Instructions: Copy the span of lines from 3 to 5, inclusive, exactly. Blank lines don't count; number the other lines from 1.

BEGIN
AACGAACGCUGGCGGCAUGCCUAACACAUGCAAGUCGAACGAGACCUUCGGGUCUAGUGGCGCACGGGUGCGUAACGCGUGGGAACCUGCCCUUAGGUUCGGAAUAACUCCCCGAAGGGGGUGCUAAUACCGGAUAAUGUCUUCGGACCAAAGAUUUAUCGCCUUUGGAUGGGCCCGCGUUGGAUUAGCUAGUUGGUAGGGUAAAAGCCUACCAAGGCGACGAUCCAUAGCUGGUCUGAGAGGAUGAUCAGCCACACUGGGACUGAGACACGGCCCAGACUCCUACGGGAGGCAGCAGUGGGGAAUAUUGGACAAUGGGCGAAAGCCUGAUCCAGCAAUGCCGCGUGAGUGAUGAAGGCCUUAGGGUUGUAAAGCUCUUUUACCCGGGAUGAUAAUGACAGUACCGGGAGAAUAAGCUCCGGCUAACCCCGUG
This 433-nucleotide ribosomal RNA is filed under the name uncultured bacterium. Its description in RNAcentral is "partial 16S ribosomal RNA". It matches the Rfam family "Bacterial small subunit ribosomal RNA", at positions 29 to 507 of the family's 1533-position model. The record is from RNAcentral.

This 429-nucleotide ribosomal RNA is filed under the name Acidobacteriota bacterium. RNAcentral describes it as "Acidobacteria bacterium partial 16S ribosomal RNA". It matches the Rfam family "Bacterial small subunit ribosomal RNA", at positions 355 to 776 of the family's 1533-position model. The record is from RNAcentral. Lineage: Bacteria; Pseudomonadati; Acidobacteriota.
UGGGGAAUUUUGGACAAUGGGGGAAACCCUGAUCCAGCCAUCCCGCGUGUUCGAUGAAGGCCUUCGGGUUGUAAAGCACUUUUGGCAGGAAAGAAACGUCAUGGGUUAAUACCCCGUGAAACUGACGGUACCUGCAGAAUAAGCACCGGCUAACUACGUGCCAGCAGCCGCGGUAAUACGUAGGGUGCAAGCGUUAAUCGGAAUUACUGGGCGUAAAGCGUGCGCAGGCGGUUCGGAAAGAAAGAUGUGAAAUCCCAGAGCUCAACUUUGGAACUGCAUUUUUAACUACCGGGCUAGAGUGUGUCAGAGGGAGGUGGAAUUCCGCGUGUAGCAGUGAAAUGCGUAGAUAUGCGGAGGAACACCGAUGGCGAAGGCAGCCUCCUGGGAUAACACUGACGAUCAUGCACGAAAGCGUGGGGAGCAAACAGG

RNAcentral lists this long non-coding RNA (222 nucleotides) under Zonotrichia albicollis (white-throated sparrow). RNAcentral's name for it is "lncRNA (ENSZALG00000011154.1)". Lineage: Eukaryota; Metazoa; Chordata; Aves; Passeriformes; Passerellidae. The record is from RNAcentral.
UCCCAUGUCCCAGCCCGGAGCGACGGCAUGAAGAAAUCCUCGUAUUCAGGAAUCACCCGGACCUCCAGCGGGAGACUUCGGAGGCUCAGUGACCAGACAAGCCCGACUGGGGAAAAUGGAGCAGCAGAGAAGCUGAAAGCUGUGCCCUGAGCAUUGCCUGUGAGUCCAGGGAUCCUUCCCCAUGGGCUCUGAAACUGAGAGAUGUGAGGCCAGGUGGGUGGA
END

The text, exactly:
This 429-nucleotide ribosomal RNA is filed under the name Acidobacteriota bacterium. RNAcentral describes it as "Acidobacteria bacterium partial 16S ribosomal RNA". It matches the Rfam family "Bacterial small subunit ribosomal RNA", at positions 355 to 776 of the family's 1533-position model. The record is from RNAcentral. Lineage: Bacteria; Pseudomonadati; Acidobacteriota.
UGGGGAAUUUUGGACAAUGGGGGAAACCCUGAUCCAGCCAUCCCGCGUGUUCGAUGAAGGCCUUCGGGUUGUAAAGCACUUUUGGCAGGAAAGAAACGUCAUGGGUUAAUACCCCGUGAAACUGACGGUACCUGCAGAAUAAGCACCGGCUAACUACGUGCCAGCAGCCGCGGUAAUACGUAGGGUGCAAGCGUUAAUCGGAAUUACUGGGCGUAAAGCGUGCGCAGGCGGUUCGGAAAGAAAGAUGUGAAAUCCCAGAGCUCAACUUUGGAACUGCAUUUUUAACUACCGGGCUAGAGUGUGUCAGAGGGAGGUGGAAUUCCGCGUGUAGCAGUGAAAUGCGUAGAUAUGCGGAGGAACACCGAUGGCGAAGGCAGCCUCCUGGGAUAACACUGACGAUCAUGCACGAAAGCGUGGGGAGCAAACAGG

RNAcentral lists this long non-coding RNA (222 nucleotides) under Zonotrichia albicollis (white-throated sparrow). RNAcentral's name for it is "lncRNA (ENSZALG00000011154.1)". Lineage: Eukaryota; Metazoa; Chordata; Aves; Passeriformes; Passerellidae. The record is from RNAcentral.